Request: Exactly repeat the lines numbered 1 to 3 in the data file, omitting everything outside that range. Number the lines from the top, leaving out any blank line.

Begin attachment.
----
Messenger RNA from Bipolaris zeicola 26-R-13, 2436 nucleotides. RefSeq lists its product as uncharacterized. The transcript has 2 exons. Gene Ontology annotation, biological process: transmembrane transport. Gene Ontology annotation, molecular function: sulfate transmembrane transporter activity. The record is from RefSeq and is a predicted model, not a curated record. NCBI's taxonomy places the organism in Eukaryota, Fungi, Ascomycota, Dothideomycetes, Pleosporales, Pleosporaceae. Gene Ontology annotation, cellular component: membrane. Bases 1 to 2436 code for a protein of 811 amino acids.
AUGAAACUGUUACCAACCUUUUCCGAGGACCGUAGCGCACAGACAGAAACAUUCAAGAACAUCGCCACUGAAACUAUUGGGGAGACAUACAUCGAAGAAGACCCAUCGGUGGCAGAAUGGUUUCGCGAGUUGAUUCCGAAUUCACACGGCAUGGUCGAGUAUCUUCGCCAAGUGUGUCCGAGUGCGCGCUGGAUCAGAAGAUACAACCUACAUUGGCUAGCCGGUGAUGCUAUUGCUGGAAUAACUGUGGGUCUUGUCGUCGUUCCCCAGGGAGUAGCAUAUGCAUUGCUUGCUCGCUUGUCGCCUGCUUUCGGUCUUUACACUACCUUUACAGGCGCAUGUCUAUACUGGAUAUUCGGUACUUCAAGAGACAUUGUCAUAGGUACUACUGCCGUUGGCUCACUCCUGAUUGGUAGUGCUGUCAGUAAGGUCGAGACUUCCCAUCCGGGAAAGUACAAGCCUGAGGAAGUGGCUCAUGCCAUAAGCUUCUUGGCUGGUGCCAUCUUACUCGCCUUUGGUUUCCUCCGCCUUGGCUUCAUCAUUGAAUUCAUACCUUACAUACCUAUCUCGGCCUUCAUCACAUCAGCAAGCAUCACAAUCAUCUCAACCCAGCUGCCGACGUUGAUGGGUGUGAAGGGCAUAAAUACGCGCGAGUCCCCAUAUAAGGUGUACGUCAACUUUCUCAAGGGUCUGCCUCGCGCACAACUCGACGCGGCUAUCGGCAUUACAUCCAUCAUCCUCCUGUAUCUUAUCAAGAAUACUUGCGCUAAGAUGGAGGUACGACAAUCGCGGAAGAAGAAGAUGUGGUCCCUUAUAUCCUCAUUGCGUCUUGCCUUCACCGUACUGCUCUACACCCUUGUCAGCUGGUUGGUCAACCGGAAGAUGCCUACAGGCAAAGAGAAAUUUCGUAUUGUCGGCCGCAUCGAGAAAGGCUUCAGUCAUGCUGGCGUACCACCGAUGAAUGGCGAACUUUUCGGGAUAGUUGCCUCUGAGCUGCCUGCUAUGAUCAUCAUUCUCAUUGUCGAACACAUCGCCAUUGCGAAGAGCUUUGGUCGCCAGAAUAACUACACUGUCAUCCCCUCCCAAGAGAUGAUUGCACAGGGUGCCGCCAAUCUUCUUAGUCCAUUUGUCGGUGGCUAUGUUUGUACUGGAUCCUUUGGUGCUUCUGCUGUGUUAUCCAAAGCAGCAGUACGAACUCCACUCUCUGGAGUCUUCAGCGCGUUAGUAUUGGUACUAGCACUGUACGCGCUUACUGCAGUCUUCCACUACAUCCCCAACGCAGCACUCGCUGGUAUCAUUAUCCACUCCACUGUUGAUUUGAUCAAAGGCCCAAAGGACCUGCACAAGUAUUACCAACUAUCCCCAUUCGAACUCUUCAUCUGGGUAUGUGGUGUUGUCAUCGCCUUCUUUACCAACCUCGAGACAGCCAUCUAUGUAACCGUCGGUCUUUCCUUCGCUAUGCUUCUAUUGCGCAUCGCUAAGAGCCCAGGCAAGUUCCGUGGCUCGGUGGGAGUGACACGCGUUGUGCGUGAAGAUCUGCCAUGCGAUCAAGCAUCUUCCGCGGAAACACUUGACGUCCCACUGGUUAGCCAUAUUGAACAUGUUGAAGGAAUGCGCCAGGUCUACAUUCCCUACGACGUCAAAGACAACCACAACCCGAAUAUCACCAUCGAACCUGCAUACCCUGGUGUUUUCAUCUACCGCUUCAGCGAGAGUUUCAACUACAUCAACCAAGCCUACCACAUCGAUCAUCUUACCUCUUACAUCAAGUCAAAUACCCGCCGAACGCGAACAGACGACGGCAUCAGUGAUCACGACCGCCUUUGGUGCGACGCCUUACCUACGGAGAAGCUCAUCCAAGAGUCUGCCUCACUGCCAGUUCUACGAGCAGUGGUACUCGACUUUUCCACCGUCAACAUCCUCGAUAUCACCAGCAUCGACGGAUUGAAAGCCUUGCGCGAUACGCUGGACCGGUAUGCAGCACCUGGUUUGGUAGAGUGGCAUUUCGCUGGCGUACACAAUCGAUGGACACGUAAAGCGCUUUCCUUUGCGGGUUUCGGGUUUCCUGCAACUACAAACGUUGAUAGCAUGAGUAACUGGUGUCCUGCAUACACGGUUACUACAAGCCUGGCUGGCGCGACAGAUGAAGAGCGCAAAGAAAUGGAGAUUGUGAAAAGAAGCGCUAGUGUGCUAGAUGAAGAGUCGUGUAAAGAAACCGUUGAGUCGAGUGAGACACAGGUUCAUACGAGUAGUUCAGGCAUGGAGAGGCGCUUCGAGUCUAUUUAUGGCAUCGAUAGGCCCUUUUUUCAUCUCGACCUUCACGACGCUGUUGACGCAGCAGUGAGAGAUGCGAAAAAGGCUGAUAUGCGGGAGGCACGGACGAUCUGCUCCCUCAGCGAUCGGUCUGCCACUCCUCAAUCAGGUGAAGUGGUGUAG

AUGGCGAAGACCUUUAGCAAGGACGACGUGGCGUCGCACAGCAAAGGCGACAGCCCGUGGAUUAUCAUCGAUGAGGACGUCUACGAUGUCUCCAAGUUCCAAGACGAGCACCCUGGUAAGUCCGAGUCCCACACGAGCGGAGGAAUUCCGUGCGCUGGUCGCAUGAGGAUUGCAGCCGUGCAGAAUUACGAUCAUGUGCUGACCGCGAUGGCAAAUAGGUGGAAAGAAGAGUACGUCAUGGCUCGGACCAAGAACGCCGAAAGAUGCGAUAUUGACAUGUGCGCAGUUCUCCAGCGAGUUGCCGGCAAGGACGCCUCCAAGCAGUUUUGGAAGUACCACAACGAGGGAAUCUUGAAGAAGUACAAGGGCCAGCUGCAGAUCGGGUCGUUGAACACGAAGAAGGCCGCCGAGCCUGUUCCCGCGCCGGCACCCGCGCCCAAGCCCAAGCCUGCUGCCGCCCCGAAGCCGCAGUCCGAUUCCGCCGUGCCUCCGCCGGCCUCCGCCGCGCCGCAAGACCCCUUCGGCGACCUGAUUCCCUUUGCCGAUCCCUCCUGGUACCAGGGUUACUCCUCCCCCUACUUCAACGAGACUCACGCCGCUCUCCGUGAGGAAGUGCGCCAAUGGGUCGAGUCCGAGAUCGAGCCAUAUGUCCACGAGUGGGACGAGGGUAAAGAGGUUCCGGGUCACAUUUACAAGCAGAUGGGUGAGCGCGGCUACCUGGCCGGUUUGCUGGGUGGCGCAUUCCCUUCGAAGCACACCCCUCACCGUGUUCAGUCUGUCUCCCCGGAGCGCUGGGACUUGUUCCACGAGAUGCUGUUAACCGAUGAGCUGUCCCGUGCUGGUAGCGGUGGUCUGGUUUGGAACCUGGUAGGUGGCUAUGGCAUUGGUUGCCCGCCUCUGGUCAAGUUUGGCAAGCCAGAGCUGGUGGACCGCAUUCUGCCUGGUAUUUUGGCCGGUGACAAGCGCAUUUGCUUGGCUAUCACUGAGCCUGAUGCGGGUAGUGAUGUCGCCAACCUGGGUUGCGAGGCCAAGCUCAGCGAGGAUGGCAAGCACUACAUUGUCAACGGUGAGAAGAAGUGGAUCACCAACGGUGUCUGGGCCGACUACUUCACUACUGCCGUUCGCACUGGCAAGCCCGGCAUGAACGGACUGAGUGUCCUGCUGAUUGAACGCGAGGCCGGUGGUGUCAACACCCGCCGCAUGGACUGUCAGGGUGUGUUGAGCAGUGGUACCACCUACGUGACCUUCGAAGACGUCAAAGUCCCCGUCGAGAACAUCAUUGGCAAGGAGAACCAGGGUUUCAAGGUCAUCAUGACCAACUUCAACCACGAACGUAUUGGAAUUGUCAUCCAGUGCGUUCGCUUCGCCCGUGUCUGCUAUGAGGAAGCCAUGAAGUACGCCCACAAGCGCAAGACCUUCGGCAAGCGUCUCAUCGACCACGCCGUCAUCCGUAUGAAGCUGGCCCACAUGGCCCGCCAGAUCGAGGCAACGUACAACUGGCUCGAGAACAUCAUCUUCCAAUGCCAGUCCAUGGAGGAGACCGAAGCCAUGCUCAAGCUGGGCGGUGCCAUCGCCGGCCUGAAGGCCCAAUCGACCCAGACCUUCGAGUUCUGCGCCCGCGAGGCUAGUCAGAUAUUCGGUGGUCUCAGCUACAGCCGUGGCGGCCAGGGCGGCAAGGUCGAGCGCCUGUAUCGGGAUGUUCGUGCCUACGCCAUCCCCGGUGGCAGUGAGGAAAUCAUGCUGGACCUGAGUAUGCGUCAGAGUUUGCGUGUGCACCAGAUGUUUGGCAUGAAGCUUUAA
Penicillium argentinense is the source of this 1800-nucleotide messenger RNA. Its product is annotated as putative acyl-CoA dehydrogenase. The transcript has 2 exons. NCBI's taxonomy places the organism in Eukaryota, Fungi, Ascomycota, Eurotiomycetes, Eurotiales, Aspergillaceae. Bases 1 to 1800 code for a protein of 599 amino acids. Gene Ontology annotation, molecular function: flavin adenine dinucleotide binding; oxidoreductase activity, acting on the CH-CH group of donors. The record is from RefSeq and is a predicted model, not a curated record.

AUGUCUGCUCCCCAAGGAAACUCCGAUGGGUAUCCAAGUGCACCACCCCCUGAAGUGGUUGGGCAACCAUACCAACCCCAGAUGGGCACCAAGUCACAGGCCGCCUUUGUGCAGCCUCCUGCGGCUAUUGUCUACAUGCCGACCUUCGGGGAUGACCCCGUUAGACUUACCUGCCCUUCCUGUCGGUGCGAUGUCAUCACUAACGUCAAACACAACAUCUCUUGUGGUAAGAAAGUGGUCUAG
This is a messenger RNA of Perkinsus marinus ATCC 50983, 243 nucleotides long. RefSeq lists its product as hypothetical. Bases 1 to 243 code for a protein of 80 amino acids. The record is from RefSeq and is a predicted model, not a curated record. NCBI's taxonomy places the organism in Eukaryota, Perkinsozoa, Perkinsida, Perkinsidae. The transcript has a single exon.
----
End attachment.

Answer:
Messenger RNA from Bipolaris zeicola 26-R-13, 2436 nucleotides. RefSeq lists its product as uncharacterized. The transcript has 2 exons. Gene Ontology annotation, biological process: transmembrane transport. Gene Ontology annotation, molecular function: sulfate transmembrane transporter activity. The record is from RefSeq and is a predicted model, not a curated record. NCBI's taxonomy places the organism in Eukaryota, Fungi, Ascomycota, Dothideomycetes, Pleosporales, Pleosporaceae. Gene Ontology annotation, cellular component: membrane. Bases 1 to 2436 code for a protein of 811 amino acids.
AUGAAACUGUUACCAACCUUUUCCGAGGACCGUAGCGCACAGACAGAAACAUUCAAGAACAUCGCCACUGAAACUAUUGGGGAGACAUACAUCGAAGAAGACCCAUCGGUGGCAGAAUGGUUUCGCGAGUUGAUUCCGAAUUCACACGGCAUGGUCGAGUAUCUUCGCCAAGUGUGUCCGAGUGCGCGCUGGAUCAGAAGAUACAACCUACAUUGGCUAGCCGGUGAUGCUAUUGCUGGAAUAACUGUGGGUCUUGUCGUCGUUCCCCAGGGAGUAGCAUAUGCAUUGCUUGCUCGCUUGUCGCCUGCUUUCGGUCUUUACACUACCUUUACAGGCGCAUGUCUAUACUGGAUAUUCGGUACUUCAAGAGACAUUGUCAUAGGUACUACUGCCGUUGGCUCACUCCUGAUUGGUAGUGCUGUCAGUAAGGUCGAGACUUCCCAUCCGGGAAAGUACAAGCCUGAGGAAGUGGCUCAUGCCAUAAGCUUCUUGGCUGGUGCCAUCUUACUCGCCUUUGGUUUCCUCCGCCUUGGCUUCAUCAUUGAAUUCAUACCUUACAUACCUAUCUCGGCCUUCAUCACAUCAGCAAGCAUCACAAUCAUCUCAACCCAGCUGCCGACGUUGAUGGGUGUGAAGGGCAUAAAUACGCGCGAGUCCCCAUAUAAGGUGUACGUCAACUUUCUCAAGGGUCUGCCUCGCGCACAACUCGACGCGGCUAUCGGCAUUACAUCCAUCAUCCUCCUGUAUCUUAUCAAGAAUACUUGCGCUAAGAUGGAGGUACGACAAUCGCGGAAGAAGAAGAUGUGGUCCCUUAUAUCCUCAUUGCGUCUUGCCUUCACCGUACUGCUCUACACCCUUGUCAGCUGGUUGGUCAACCGGAAGAUGCCUACAGGCAAAGAGAAAUUUCGUAUUGUCGGCCGCAUCGAGAAAGGCUUCAGUCAUGCUGGCGUACCACCGAUGAAUGGCGAACUUUUCGGGAUAGUUGCCUCUGAGCUGCCUGCUAUGAUCAUCAUUCUCAUUGUCGAACACAUCGCCAUUGCGAAGAGCUUUGGUCGCCAGAAUAACUACACUGUCAUCCCCUCCCAAGAGAUGAUUGCACAGGGUGCCGCCAAUCUUCUUAGUCCAUUUGUCGGUGGCUAUGUUUGUACUGGAUCCUUUGGUGCUUCUGCUGUGUUAUCCAAAGCAGCAGUACGAACUCCACUCUCUGGAGUCUUCAGCGCGUUAGUAUUGGUACUAGCACUGUACGCGCUUACUGCAGUCUUCCACUACAUCCCCAACGCAGCACUCGCUGGUAUCAUUAUCCACUCCACUGUUGAUUUGAUCAAAGGCCCAAAGGACCUGCACAAGUAUUACCAACUAUCCCCAUUCGAACUCUUCAUCUGGGUAUGUGGUGUUGUCAUCGCCUUCUUUACCAACCUCGAGACAGCCAUCUAUGUAACCGUCGGUCUUUCCUUCGCUAUGCUUCUAUUGCGCAUCGCUAAGAGCCCAGGCAAGUUCCGUGGCUCGGUGGGAGUGACACGCGUUGUGCGUGAAGAUCUGCCAUGCGAUCAAGCAUCUUCCGCGGAAACACUUGACGUCCCACUGGUUAGCCAUAUUGAACAUGUUGAAGGAAUGCGCCAGGUCUACAUUCCCUACGACGUCAAAGACAACCACAACCCGAAUAUCACCAUCGAACCUGCAUACCCUGGUGUUUUCAUCUACCGCUUCAGCGAGAGUUUCAACUACAUCAACCAAGCCUACCACAUCGAUCAUCUUACCUCUUACAUCAAGUCAAAUACCCGCCGAACGCGAACAGACGACGGCAUCAGUGAUCACGACCGCCUUUGGUGCGACGCCUUACCUACGGAGAAGCUCAUCCAAGAGUCUGCCUCACUGCCAGUUCUACGAGCAGUGGUACUCGACUUUUCCACCGUCAACAUCCUCGAUAUCACCAGCAUCGACGGAUUGAAAGCCUUGCGCGAUACGCUGGACCGGUAUGCAGCACCUGGUUUGGUAGAGUGGCAUUUCGCUGGCGUACACAAUCGAUGGACACGUAAAGCGCUUUCCUUUGCGGGUUUCGGGUUUCCUGCAACUACAAACGUUGAUAGCAUGAGUAACUGGUGUCCUGCAUACACGGUUACUACAAGCCUGGCUGGCGCGACAGAUGAAGAGCGCAAAGAAAUGGAGAUUGUGAAAAGAAGCGCUAGUGUGCUAGAUGAAGAGUCGUGUAAAGAAACCGUUGAGUCGAGUGAGACACAGGUUCAUACGAGUAGUUCAGGCAUGGAGAGGCGCUUCGAGUCUAUUUAUGGCAUCGAUAGGCCCUUUUUUCAUCUCGACCUUCACGACGCUGUUGACGCAGCAGUGAGAGAUGCGAAAAAGGCUGAUAUGCGGGAGGCACGGACGAUCUGCUCCCUCAGCGAUCGGUCUGCCACUCCUCAAUCAGGUGAAGUGGUGUAG

AUGGCGAAGACCUUUAGCAAGGACGACGUGGCGUCGCACAGCAAAGGCGACAGCCCGUGGAUUAUCAUCGAUGAGGACGUCUACGAUGUCUCCAAGUUCCAAGACGAGCACCCUGGUAAGUCCGAGUCCCACACGAGCGGAGGAAUUCCGUGCGCUGGUCGCAUGAGGAUUGCAGCCGUGCAGAAUUACGAUCAUGUGCUGACCGCGAUGGCAAAUAGGUGGAAAGAAGAGUACGUCAUGGCUCGGACCAAGAACGCCGAAAGAUGCGAUAUUGACAUGUGCGCAGUUCUCCAGCGAGUUGCCGGCAAGGACGCCUCCAAGCAGUUUUGGAAGUACCACAACGAGGGAAUCUUGAAGAAGUACAAGGGCCAGCUGCAGAUCGGGUCGUUGAACACGAAGAAGGCCGCCGAGCCUGUUCCCGCGCCGGCACCCGCGCCCAAGCCCAAGCCUGCUGCCGCCCCGAAGCCGCAGUCCGAUUCCGCCGUGCCUCCGCCGGCCUCCGCCGCGCCGCAAGACCCCUUCGGCGACCUGAUUCCCUUUGCCGAUCCCUCCUGGUACCAGGGUUACUCCUCCCCCUACUUCAACGAGACUCACGCCGCUCUCCGUGAGGAAGUGCGCCAAUGGGUCGAGUCCGAGAUCGAGCCAUAUGUCCACGAGUGGGACGAGGGUAAAGAGGUUCCGGGUCACAUUUACAAGCAGAUGGGUGAGCGCGGCUACCUGGCCGGUUUGCUGGGUGGCGCAUUCCCUUCGAAGCACACCCCUCACCGUGUUCAGUCUGUCUCCCCGGAGCGCUGGGACUUGUUCCACGAGAUGCUGUUAACCGAUGAGCUGUCCCGUGCUGGUAGCGGUGGUCUGGUUUGGAACCUGGUAGGUGGCUAUGGCAUUGGUUGCCCGCCUCUGGUCAAGUUUGGCAAGCCAGAGCUGGUGGACCGCAUUCUGCCUGGUAUUUUGGCCGGUGACAAGCGCAUUUGCUUGGCUAUCACUGAGCCUGAUGCGGGUAGUGAUGUCGCCAACCUGGGUUGCGAGGCCAAGCUCAGCGAGGAUGGCAAGCACUACAUUGUCAACGGUGAGAAGAAGUGGAUCACCAACGGUGUCUGGGCCGACUACUUCACUACUGCCGUUCGCACUGGCAAGCCCGGCAUGAACGGACUGAGUGUCCUGCUGAUUGAACGCGAGGCCGGUGGUGUCAACACCCGCCGCAUGGACUGUCAGGGUGUGUUGAGCAGUGGUACCACCUACGUGACCUUCGAAGACGUCAAAGUCCCCGUCGAGAACAUCAUUGGCAAGGAGAACCAGGGUUUCAAGGUCAUCAUGACCAACUUCAACCACGAACGUAUUGGAAUUGUCAUCCAGUGCGUUCGCUUCGCCCGUGUCUGCUAUGAGGAAGCCAUGAAGUACGCCCACAAGCGCAAGACCUUCGGCAAGCGUCUCAUCGACCACGCCGUCAUCCGUAUGAAGCUGGCCCACAUGGCCCGCCAGAUCGAGGCAACGUACAACUGGCUCGAGAACAUCAUCUUCCAAUGCCAGUCCAUGGAGGAGACCGAAGCCAUGCUCAAGCUGGGCGGUGCCAUCGCCGGCCUGAAGGCCCAAUCGACCCAGACCUUCGAGUUCUGCGCCCGCGAGGCUAGUCAGAUAUUCGGUGGUCUCAGCUACAGCCGUGGCGGCCAGGGCGGCAAGGUCGAGCGCCUGUAUCGGGAUGUUCGUGCCUACGCCAUCCCCGGUGGCAGUGAGGAAAUCAUGCUGGACCUGAGUAUGCGUCAGAGUUUGCGUGUGCACCAGAUGUUUGGCAUGAAGCUUUAA